30th Jun 2018
CompSoc at UoL
As president of the University of Leicester's Computing Society in 2017/18, I led a multi-award winning transformation of a growing academic student group.
As the University of Leicester Computing Society's 2016-17 committee announced elections for the next committee, I began to draw up my vision of what the society could become with a new approach and a motivated team.
I encouraged some talented friends to join me on my mission, and in the space of an academic year we turned CompSoc from zero to hero in the student group world, winning the University's Student Group Innovator of the Year (2018) award, and reaching the shortlist for Student Group of the Year (2018).
As well as leading the strategy for this turnaround, I also contributed heavily to the marketing materials and social media management for CompSoc, as well as collaborating with Jan Faracik on the creation and maintenance of a modern, secure website for the group.
The first step in re-inventing the Computing Society was to give it a new identity, so we started with designing a brand new logo. Coined the "Node", this new iconic graphic was designed to be used as a single identifier for a group which was previously referred to as many names and was hardly recognisable.
Usable in black or white over any colour or image, the Node is versatile, instantly recognisable and looks great as a standalone logo or as an identifying stamp on marketing graphics.
The Node design is inspired by common usage of nodes and paths to represent big data and artificial intelligence, two modern and fast-growing fields in technology. Additionally, it represents the society's goal of connecting its members in a variety of ways and aims to give those members a sense of belonging in the group.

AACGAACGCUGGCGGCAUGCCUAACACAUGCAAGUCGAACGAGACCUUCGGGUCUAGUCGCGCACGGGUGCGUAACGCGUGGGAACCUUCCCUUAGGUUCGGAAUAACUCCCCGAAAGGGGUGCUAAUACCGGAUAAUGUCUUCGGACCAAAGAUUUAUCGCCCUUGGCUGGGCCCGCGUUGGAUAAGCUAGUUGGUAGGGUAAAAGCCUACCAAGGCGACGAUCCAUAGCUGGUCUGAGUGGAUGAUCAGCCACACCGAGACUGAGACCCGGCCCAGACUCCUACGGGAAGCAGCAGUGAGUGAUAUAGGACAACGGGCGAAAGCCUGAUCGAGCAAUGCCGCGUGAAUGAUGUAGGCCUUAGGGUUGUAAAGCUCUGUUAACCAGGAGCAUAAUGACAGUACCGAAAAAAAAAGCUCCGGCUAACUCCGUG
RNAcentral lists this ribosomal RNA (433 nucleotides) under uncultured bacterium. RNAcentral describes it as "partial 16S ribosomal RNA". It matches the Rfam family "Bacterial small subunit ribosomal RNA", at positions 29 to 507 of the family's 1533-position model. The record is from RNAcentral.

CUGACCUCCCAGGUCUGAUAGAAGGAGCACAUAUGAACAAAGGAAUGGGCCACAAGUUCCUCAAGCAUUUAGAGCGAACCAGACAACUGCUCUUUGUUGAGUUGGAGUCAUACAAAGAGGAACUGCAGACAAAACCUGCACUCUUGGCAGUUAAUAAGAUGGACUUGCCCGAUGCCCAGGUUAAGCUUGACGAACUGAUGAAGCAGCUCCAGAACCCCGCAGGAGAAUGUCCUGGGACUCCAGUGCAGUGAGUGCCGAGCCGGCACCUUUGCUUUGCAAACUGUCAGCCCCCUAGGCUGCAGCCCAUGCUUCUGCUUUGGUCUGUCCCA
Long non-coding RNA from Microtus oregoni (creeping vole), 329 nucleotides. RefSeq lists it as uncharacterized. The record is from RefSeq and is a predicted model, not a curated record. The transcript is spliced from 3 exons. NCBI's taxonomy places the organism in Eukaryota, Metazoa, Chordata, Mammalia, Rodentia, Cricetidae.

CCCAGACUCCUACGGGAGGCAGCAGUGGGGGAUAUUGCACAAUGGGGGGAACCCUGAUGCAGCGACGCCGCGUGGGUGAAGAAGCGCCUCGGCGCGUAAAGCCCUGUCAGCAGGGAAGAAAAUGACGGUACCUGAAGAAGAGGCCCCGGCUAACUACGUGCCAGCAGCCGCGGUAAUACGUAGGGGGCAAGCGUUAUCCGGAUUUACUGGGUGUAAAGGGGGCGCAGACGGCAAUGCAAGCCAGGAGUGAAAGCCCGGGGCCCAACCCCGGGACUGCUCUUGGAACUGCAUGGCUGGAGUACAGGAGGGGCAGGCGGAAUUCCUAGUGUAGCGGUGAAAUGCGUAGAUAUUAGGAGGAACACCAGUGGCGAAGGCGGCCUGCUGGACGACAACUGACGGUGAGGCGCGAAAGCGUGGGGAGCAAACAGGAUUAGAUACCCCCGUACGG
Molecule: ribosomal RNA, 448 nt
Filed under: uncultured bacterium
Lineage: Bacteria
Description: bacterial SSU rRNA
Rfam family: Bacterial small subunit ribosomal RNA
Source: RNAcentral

As the beginning of CompSoc's first academic year after the rebrand loomed, the CompSoc Is For Everyone campaign was born. Designed to capture the attention of the society's entire audience, the campaign focused on sharing a series of varied messages on social media, at least one of which should be relatable to every audience member.
Using slogans starting with "CompSoc is for..." and following with identifying words like "hackers", "fun", and "women", the campaign brought together the society's traditional audience as well as groups traditionally under-represented both in the society and wider industry.
The most successful post (by social media engagement) was this one, using imagery and a lighthearted pun to highlight CompSoc's dedication to breaking down traditional gender-based barriers in the industry.
In order for CompSoc's relaunch to stand out from all the other opportunities crowding social media at the start of the academic year, CompSoc led the way for UoL's student groups by using video to introduce itself.
Making the most of limited photo and video media from previous events, and overlaying bold graphics to catch the viewer's eye, I produced a 90 second summary of what the society offers, which was ultimately viewed by hundreds of potential members.